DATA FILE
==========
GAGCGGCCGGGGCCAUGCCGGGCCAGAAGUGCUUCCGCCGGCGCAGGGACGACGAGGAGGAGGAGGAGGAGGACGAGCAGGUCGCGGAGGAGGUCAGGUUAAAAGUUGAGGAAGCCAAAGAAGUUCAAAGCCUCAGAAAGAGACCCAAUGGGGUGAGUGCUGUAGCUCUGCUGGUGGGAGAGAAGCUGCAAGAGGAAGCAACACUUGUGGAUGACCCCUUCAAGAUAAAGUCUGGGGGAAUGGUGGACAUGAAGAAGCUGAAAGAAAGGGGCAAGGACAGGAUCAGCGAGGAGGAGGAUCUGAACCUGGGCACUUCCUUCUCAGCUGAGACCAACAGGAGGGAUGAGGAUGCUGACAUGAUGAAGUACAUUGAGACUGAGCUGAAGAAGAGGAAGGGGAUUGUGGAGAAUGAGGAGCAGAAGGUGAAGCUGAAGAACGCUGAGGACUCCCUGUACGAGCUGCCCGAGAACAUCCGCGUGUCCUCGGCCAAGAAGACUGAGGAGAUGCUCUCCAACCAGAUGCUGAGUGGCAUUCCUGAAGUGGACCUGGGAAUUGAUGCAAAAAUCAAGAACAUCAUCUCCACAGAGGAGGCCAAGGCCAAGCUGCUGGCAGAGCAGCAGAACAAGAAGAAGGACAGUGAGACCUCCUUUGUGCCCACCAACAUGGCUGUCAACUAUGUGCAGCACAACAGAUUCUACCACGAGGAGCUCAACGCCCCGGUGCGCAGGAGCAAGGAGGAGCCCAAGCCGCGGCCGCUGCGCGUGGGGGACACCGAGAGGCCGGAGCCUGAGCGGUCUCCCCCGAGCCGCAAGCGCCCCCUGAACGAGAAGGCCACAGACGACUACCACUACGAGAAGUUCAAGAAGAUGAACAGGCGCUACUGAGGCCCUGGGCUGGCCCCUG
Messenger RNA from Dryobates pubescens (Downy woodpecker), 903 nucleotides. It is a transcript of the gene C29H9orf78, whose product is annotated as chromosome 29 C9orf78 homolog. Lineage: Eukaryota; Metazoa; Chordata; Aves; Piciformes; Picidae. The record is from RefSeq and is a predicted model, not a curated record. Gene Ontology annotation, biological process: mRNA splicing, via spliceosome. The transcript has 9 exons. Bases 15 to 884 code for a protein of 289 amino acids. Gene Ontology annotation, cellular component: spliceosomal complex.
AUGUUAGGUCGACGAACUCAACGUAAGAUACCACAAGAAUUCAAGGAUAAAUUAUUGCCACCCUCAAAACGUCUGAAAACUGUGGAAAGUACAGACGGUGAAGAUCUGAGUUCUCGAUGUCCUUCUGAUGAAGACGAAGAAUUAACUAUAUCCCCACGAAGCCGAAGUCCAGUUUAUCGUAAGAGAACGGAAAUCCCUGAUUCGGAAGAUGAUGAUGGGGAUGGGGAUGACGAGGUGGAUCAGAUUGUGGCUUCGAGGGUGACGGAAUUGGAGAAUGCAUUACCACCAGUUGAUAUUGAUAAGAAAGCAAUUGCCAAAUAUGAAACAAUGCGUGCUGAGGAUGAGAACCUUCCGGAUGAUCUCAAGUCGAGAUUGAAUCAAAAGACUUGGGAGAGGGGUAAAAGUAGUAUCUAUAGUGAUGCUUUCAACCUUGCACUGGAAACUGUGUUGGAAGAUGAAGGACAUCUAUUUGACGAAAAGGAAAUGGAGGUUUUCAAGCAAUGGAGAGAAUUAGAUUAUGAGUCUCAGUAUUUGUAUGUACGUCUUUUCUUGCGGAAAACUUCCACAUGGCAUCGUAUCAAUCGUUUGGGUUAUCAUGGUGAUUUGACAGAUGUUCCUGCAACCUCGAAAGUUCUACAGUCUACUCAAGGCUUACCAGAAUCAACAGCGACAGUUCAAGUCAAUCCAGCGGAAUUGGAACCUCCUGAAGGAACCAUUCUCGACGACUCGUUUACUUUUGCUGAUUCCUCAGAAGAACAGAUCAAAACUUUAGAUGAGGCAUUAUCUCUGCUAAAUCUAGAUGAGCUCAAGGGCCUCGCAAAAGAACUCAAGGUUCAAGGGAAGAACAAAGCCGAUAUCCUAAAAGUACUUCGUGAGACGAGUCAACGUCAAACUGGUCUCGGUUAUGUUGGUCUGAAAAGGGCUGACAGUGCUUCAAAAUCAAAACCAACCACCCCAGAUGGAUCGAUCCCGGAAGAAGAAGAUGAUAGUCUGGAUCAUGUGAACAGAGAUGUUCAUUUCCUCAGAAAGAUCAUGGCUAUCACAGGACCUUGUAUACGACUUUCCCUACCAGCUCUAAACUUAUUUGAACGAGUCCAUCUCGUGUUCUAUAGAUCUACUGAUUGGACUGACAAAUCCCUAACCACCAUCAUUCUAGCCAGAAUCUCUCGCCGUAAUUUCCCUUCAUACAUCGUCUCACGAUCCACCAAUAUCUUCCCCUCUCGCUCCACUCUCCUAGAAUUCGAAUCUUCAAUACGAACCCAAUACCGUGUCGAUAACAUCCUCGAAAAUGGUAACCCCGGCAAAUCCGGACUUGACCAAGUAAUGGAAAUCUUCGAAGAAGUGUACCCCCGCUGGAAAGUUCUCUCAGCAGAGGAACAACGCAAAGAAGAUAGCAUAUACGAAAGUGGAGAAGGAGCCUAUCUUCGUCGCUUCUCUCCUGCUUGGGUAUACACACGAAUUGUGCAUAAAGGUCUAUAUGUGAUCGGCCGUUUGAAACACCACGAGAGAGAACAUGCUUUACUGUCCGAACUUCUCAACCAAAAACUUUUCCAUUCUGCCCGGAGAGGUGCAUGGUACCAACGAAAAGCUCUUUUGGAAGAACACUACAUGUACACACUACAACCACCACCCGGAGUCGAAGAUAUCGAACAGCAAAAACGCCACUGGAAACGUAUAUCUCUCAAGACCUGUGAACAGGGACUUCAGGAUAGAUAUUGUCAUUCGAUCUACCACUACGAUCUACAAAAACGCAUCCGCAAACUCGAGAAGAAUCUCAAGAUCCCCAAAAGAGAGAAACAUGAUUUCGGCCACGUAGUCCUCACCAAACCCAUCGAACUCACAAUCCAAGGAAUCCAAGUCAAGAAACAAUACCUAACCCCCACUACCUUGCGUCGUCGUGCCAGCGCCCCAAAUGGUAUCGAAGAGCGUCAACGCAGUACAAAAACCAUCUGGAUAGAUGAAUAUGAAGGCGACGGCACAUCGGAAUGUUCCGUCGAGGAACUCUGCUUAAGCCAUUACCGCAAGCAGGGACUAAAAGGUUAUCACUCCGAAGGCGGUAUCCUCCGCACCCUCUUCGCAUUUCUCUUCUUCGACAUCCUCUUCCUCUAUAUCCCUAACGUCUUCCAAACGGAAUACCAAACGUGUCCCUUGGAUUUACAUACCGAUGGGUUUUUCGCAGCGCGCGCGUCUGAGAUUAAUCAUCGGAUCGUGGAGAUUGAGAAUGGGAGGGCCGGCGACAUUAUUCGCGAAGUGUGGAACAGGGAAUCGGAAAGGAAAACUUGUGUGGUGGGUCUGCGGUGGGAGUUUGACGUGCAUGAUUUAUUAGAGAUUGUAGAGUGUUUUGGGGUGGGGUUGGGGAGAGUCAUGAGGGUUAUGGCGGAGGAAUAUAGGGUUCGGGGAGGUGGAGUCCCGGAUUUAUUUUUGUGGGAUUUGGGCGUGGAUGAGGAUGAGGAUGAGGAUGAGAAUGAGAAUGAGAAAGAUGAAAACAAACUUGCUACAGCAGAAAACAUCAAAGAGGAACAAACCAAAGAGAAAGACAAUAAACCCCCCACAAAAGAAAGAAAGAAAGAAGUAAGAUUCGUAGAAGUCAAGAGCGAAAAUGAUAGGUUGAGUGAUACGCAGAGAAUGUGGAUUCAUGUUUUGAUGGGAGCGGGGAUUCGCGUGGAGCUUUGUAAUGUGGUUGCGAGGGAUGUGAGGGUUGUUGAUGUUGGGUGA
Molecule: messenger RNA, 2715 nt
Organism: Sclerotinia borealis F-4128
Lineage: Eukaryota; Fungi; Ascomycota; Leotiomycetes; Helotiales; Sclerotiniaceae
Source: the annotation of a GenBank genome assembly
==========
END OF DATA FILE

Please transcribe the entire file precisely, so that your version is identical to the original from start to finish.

GAGCGGCCGGGGCCAUGCCGGGCCAGAAGUGCUUCCGCCGGCGCAGGGACGACGAGGAGGAGGAGGAGGAGGACGAGCAGGUCGCGGAGGAGGUCAGGUUAAAAGUUGAGGAAGCCAAAGAAGUUCAAAGCCUCAGAAAGAGACCCAAUGGGGUGAGUGCUGUAGCUCUGCUGGUGGGAGAGAAGCUGCAAGAGGAAGCAACACUUGUGGAUGACCCCUUCAAGAUAAAGUCUGGGGGAAUGGUGGACAUGAAGAAGCUGAAAGAAAGGGGCAAGGACAGGAUCAGCGAGGAGGAGGAUCUGAACCUGGGCACUUCCUUCUCAGCUGAGACCAACAGGAGGGAUGAGGAUGCUGACAUGAUGAAGUACAUUGAGACUGAGCUGAAGAAGAGGAAGGGGAUUGUGGAGAAUGAGGAGCAGAAGGUGAAGCUGAAGAACGCUGAGGACUCCCUGUACGAGCUGCCCGAGAACAUCCGCGUGUCCUCGGCCAAGAAGACUGAGGAGAUGCUCUCCAACCAGAUGCUGAGUGGCAUUCCUGAAGUGGACCUGGGAAUUGAUGCAAAAAUCAAGAACAUCAUCUCCACAGAGGAGGCCAAGGCCAAGCUGCUGGCAGAGCAGCAGAACAAGAAGAAGGACAGUGAGACCUCCUUUGUGCCCACCAACAUGGCUGUCAACUAUGUGCAGCACAACAGAUUCUACCACGAGGAGCUCAACGCCCCGGUGCGCAGGAGCAAGGAGGAGCCCAAGCCGCGGCCGCUGCGCGUGGGGGACACCGAGAGGCCGGAGCCUGAGCGGUCUCCCCCGAGCCGCAAGCGCCCCCUGAACGAGAAGGCCACAGACGACUACCACUACGAGAAGUUCAAGAAGAUGAACAGGCGCUACUGAGGCCCUGGGCUGGCCCCUG
Messenger RNA from Dryobates pubescens (Downy woodpecker), 903 nucleotides. It is a transcript of the gene C29H9orf78, whose product is annotated as chromosome 29 C9orf78 homolog. Lineage: Eukaryota; Metazoa; Chordata; Aves; Piciformes; Picidae. The record is from RefSeq and is a predicted model, not a curated record. Gene Ontology annotation, biological process: mRNA splicing, via spliceosome. The transcript has 9 exons. Bases 15 to 884 code for a protein of 289 amino acids. Gene Ontology annotation, cellular component: spliceosomal complex.
AUGUUAGGUCGACGAACUCAACGUAAGAUACCACAAGAAUUCAAGGAUAAAUUAUUGCCACCCUCAAAACGUCUGAAAACUGUGGAAAGUACAGACGGUGAAGAUCUGAGUUCUCGAUGUCCUUCUGAUGAAGACGAAGAAUUAACUAUAUCCCCACGAAGCCGAAGUCCAGUUUAUCGUAAGAGAACGGAAAUCCCUGAUUCGGAAGAUGAUGAUGGGGAUGGGGAUGACGAGGUGGAUCAGAUUGUGGCUUCGAGGGUGACGGAAUUGGAGAAUGCAUUACCACCAGUUGAUAUUGAUAAGAAAGCAAUUGCCAAAUAUGAAACAAUGCGUGCUGAGGAUGAGAACCUUCCGGAUGAUCUCAAGUCGAGAUUGAAUCAAAAGACUUGGGAGAGGGGUAAAAGUAGUAUCUAUAGUGAUGCUUUCAACCUUGCACUGGAAACUGUGUUGGAAGAUGAAGGACAUCUAUUUGACGAAAAGGAAAUGGAGGUUUUCAAGCAAUGGAGAGAAUUAGAUUAUGAGUCUCAGUAUUUGUAUGUACGUCUUUUCUUGCGGAAAACUUCCACAUGGCAUCGUAUCAAUCGUUUGGGUUAUCAUGGUGAUUUGACAGAUGUUCCUGCAACCUCGAAAGUUCUACAGUCUACUCAAGGCUUACCAGAAUCAACAGCGACAGUUCAAGUCAAUCCAGCGGAAUUGGAACCUCCUGAAGGAACCAUUCUCGACGACUCGUUUACUUUUGCUGAUUCCUCAGAAGAACAGAUCAAAACUUUAGAUGAGGCAUUAUCUCUGCUAAAUCUAGAUGAGCUCAAGGGCCUCGCAAAAGAACUCAAGGUUCAAGGGAAGAACAAAGCCGAUAUCCUAAAAGUACUUCGUGAGACGAGUCAACGUCAAACUGGUCUCGGUUAUGUUGGUCUGAAAAGGGCUGACAGUGCUUCAAAAUCAAAACCAACCACCCCAGAUGGAUCGAUCCCGGAAGAAGAAGAUGAUAGUCUGGAUCAUGUGAACAGAGAUGUUCAUUUCCUCAGAAAGAUCAUGGCUAUCACAGGACCUUGUAUACGACUUUCCCUACCAGCUCUAAACUUAUUUGAACGAGUCCAUCUCGUGUUCUAUAGAUCUACUGAUUGGACUGACAAAUCCCUAACCACCAUCAUUCUAGCCAGAAUCUCUCGCCGUAAUUUCCCUUCAUACAUCGUCUCACGAUCCACCAAUAUCUUCCCCUCUCGCUCCACUCUCCUAGAAUUCGAAUCUUCAAUACGAACCCAAUACCGUGUCGAUAACAUCCUCGAAAAUGGUAACCCCGGCAAAUCCGGACUUGACCAAGUAAUGGAAAUCUUCGAAGAAGUGUACCCCCGCUGGAAAGUUCUCUCAGCAGAGGAACAACGCAAAGAAGAUAGCAUAUACGAAAGUGGAGAAGGAGCCUAUCUUCGUCGCUUCUCUCCUGCUUGGGUAUACACACGAAUUGUGCAUAAAGGUCUAUAUGUGAUCGGCCGUUUGAAACACCACGAGAGAGAACAUGCUUUACUGUCCGAACUUCUCAACCAAAAACUUUUCCAUUCUGCCCGGAGAGGUGCAUGGUACCAACGAAAAGCUCUUUUGGAAGAACACUACAUGUACACACUACAACCACCACCCGGAGUCGAAGAUAUCGAACAGCAAAAACGCCACUGGAAACGUAUAUCUCUCAAGACCUGUGAACAGGGACUUCAGGAUAGAUAUUGUCAUUCGAUCUACCACUACGAUCUACAAAAACGCAUCCGCAAACUCGAGAAGAAUCUCAAGAUCCCCAAAAGAGAGAAACAUGAUUUCGGCCACGUAGUCCUCACCAAACCCAUCGAACUCACAAUCCAAGGAAUCCAAGUCAAGAAACAAUACCUAACCCCCACUACCUUGCGUCGUCGUGCCAGCGCCCCAAAUGGUAUCGAAGAGCGUCAACGCAGUACAAAAACCAUCUGGAUAGAUGAAUAUGAAGGCGACGGCACAUCGGAAUGUUCCGUCGAGGAACUCUGCUUAAGCCAUUACCGCAAGCAGGGACUAAAAGGUUAUCACUCCGAAGGCGGUAUCCUCCGCACCCUCUUCGCAUUUCUCUUCUUCGACAUCCUCUUCCUCUAUAUCCCUAACGUCUUCCAAACGGAAUACCAAACGUGUCCCUUGGAUUUACAUACCGAUGGGUUUUUCGCAGCGCGCGCGUCUGAGAUUAAUCAUCGGAUCGUGGAGAUUGAGAAUGGGAGGGCCGGCGACAUUAUUCGCGAAGUGUGGAACAGGGAAUCGGAAAGGAAAACUUGUGUGGUGGGUCUGCGGUGGGAGUUUGACGUGCAUGAUUUAUUAGAGAUUGUAGAGUGUUUUGGGGUGGGGUUGGGGAGAGUCAUGAGGGUUAUGGCGGAGGAAUAUAGGGUUCGGGGAGGUGGAGUCCCGGAUUUAUUUUUGUGGGAUUUGGGCGUGGAUGAGGAUGAGGAUGAGGAUGAGAAUGAGAAUGAGAAAGAUGAAAACAAACUUGCUACAGCAGAAAACAUCAAAGAGGAACAAACCAAAGAGAAAGACAAUAAACCCCCCACAAAAGAAAGAAAGAAAGAAGUAAGAUUCGUAGAAGUCAAGAGCGAAAAUGAUAGGUUGAGUGAUACGCAGAGAAUGUGGAUUCAUGUUUUGAUGGGAGCGGGGAUUCGCGUGGAGCUUUGUAAUGUGGUUGCGAGGGAUGUGAGGGUUGUUGAUGUUGGGUGA
Molecule: messenger RNA, 2715 nt
Organism: Sclerotinia borealis F-4128
Lineage: Eukaryota; Fungi; Ascomycota; Leotiomycetes; Helotiales; Sclerotiniaceae
Source: the annotation of a GenBank genome assembly